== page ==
Thursday, August 2, 2012

Bob Marley Reincarnate's Guide to the NBA Offseason

Bob Marley Reincarnate's Guide to the NBA Offseason

Snoop Liony LiooonSnoop L.I. Single O. N.

Doesn't really work as well does it?
Despite being a white boy who was seven years old at the peak of Snoop’s career, I’ve always had a soft spot on my heart for the man. Perhaps it is because for some reason he reminds me of Latrell Sprewell, or maybe because Snoop Dogg is a ridiculous name, but I’ve always followed his career more closely than contemporaries like Master P, Warren G etc.
And so it is with fascination that I read about his Snoop Dogg’s spiritual transformation and rebirth as Snoop Lion. You know it is a good story when you tell people about it, and they have to look it up on their smart phones because they are convinced that you are trying to bullshit them. In brief, Snoop spent over a month in Jamaica, and feels reborn as a reggae artist. He says he is tired of hip-hop, is releasing anti-violence songs, and is even releasing a damn coffee table book. Oh yeah, and there is a documentary about the whole trip.
In honor of Snoop, here are the biggest NBA transformation and rebirths that I am looking forward to.
The Los Angeles Laker Offense
For years under Phil Jackson the Lakers, like his previous Bulls team, ran the triangle offense. It is debatable to what extent the triangle is responsible for Jackson’s success when he also had the fortune to coach at least six Hall-of-Famers (Jordan, Pippen, Rodman, Shaq, Kobe, Gasol), but it clearly worked well. But Jackson is now gone, and it is entirely unclear what offense Mike Brown ran last year,  except that it wasn’t very good and it involved a lot of Hero Ball.

But now comes word that the Lakers are exploring at least partially using the Princeton offense next season. The above-linked article notes that Kobe Bryant is totally on-board (sidenote: for those that follow soccer, does Kobe Bryant remind anybody else of John Terry?) and that Steve Nash is the perfect point guard to run the offense (sidenote: he’s the perfect point guard to run ANY offense). The Princeton offense uses a lot of passes and backdoor cuts and slows down the game, typically so that a worse, less athletic team can beat a better one.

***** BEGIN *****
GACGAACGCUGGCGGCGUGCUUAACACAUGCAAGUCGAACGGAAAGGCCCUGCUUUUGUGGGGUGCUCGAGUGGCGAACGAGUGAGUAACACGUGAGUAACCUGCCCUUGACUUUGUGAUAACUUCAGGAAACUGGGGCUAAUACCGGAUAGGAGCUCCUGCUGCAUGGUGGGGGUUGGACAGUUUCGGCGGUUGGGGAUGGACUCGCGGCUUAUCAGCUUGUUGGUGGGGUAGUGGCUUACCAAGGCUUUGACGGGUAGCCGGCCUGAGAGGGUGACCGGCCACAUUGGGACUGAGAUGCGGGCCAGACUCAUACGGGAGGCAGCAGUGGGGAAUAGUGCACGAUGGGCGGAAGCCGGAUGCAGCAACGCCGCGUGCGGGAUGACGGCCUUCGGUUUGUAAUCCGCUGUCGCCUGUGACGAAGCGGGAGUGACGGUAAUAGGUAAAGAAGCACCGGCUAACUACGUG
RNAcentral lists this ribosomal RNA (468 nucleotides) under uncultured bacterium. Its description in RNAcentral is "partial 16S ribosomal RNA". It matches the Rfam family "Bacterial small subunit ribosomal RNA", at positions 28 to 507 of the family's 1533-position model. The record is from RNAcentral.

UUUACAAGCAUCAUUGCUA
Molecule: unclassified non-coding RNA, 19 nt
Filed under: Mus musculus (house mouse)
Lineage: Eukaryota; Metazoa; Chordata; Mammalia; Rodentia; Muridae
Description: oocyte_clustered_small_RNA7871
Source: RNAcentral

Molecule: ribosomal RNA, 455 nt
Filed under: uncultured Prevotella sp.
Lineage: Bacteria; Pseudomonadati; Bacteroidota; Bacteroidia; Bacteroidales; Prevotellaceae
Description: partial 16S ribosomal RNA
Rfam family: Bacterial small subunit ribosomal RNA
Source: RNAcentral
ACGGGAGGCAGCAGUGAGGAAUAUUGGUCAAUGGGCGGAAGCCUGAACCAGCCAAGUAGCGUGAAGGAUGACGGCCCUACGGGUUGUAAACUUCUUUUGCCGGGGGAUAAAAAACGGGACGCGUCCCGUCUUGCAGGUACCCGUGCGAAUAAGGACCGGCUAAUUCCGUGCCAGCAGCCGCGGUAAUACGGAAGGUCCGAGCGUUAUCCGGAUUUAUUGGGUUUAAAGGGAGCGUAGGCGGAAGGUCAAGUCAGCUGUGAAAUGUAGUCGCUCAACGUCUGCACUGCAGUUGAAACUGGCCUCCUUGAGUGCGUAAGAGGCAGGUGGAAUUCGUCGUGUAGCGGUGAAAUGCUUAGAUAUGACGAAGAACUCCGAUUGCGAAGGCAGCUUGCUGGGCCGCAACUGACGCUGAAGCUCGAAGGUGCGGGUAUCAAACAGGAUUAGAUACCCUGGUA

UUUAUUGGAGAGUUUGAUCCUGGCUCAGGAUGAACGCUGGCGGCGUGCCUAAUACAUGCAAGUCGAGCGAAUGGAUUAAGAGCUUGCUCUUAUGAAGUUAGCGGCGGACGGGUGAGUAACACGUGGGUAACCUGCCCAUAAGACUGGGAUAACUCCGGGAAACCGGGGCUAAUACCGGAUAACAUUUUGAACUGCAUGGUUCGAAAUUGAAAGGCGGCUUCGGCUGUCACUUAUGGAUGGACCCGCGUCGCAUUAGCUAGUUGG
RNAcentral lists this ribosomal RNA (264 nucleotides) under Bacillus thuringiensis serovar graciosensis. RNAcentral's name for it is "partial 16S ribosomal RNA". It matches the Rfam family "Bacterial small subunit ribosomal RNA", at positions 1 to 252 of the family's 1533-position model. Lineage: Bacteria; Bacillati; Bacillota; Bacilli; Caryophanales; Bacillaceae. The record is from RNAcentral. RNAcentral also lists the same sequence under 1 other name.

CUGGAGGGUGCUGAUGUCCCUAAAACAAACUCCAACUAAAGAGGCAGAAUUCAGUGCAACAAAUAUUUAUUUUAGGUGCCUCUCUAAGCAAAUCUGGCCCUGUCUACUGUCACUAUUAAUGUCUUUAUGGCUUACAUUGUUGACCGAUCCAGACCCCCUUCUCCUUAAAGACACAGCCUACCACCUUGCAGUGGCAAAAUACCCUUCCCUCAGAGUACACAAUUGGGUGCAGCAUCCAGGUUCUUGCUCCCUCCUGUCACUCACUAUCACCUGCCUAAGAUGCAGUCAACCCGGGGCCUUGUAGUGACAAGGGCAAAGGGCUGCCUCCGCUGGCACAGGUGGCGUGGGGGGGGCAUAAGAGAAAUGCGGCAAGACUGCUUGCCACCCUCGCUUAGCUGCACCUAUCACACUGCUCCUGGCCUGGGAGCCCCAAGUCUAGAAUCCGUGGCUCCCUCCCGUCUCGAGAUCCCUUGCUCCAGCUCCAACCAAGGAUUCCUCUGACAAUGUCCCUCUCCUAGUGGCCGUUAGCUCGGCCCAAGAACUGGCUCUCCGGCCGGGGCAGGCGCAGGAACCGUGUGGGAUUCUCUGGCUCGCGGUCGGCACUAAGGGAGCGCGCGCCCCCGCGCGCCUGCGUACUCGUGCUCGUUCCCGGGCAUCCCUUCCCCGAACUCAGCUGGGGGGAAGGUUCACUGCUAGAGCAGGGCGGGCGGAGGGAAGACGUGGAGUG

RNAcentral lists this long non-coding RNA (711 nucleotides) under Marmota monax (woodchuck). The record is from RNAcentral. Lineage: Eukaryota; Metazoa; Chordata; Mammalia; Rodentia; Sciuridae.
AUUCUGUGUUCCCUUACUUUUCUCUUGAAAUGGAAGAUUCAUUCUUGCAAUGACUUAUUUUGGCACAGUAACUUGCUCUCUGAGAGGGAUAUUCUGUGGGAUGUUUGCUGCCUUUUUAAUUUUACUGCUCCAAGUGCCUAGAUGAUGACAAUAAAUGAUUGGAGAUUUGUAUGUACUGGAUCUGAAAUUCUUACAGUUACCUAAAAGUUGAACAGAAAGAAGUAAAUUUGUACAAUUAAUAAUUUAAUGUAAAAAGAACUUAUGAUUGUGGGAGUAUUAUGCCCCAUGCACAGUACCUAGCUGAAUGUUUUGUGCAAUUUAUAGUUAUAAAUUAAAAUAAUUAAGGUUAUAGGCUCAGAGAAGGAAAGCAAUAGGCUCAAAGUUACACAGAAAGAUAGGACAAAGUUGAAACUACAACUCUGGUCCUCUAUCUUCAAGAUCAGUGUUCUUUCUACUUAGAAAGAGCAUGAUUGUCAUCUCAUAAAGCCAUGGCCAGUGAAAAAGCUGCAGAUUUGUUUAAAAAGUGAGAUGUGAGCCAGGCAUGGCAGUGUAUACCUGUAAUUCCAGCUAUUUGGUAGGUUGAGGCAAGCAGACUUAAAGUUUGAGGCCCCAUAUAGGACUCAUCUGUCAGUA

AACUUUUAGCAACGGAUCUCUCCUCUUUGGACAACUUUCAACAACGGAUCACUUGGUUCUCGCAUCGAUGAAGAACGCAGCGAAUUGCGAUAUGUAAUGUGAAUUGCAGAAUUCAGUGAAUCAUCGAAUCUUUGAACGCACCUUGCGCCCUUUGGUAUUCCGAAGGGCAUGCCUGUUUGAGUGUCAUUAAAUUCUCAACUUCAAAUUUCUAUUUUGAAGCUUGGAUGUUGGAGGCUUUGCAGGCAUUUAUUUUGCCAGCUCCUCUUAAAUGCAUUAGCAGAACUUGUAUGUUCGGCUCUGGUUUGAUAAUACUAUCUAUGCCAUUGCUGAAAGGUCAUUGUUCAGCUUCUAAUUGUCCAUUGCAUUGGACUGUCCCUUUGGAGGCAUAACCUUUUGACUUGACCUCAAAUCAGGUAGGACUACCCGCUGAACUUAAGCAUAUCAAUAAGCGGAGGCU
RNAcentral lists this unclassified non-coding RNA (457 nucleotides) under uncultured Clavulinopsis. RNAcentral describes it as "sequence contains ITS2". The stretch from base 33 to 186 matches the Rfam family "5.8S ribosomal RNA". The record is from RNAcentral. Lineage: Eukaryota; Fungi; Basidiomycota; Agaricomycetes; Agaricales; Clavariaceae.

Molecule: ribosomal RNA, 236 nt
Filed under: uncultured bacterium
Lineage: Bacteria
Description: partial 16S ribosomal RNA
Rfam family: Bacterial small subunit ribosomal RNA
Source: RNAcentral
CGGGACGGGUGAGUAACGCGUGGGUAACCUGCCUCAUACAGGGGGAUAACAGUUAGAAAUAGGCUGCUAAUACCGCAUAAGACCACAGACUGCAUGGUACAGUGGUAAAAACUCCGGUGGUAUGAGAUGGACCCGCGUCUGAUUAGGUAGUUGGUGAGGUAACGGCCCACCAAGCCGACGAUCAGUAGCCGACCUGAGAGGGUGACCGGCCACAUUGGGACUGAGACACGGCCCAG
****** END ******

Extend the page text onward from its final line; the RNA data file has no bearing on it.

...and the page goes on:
It also requires all players on the floor to be highly skilled, so I for one am excited to watch Andrew Bynum do a lot of dribbling. I’m pretty skeptical that Kobe “Fuck It, I Want My Shot” Bryant will fully embrace this new offense, but maybe Steve Nash’s unselfish play is already having an effect on him.
Michael Beasley
It isn’t clear that Michael Beasley is actually a good NBA player (advanced statistics say no), but that didn’t stop the Phoenix Suns from offering him a 3-year, $18 million contract. It’s still early in the offseason, but Beasley is saying all of the right things, including that his prodigious marijuana use is a thing of the past. Unlike for rappers (did you see the trailer above? Try to count how many instances of weed smoking you can see), marijuana is not a performance enhancing drug for ballers, a lesson Beasley learned the hard way.

The Suns depth chart is a mess, with only Gortat and Dragic guaranteed starting spots, and there is also evidence that Beasley’s best position is actually power forward, where he would be fighting with Luis Scola and Channing Frye for playing time. Regardless, after two years spent in the frigid wilderness of Minnesota, Beasley seems poised to be reborn a Phoenix Sun. Look how well that motif worked out.
David Stern
In an era of increased job mobility, David Stern is a reminder of a past seen only in shows like Mad Men. If he continues as Commissioner of the NBA for another two years, he will have been in the position for 30 years, and involved with the league for 36. You just don’t see that longevity anymore.
But during the last few years, it looked like he was slipping. There were rumors that he was going to retire after the new Collective Bargaining Agreement was signed after the lockout, and he has publicly endorsed Deputy Commissioner Adam Silver as his successor. Perhaps the second-lowest point of his career (nothing will touch the Tim Donaghy scandal) was his awkward and clumsy handling of Chris Paul’s trade from New Orleans.

Lately however, he looks reinvigorated, even taunting the crowd at the NBA draft and asking for more boos. Bill Simmons compared him to Vince McMahon, a seemingly apt one even given my lack of knowledge or interest in wrestling. He also smacked down Jim Rome when he asked typical Douchebag Jim Rome type questions. It’s like after years of gently applying pressure and cajoling, after the lockout he said fuck it and is forcing his will to bear on situations. It will be fascinating to see where newly hardass David Stern comes down on the Seattle and Sacramento stadium fiascoes.
Got any more transformation and rebirths of the offseason? Let us know in the comments. 

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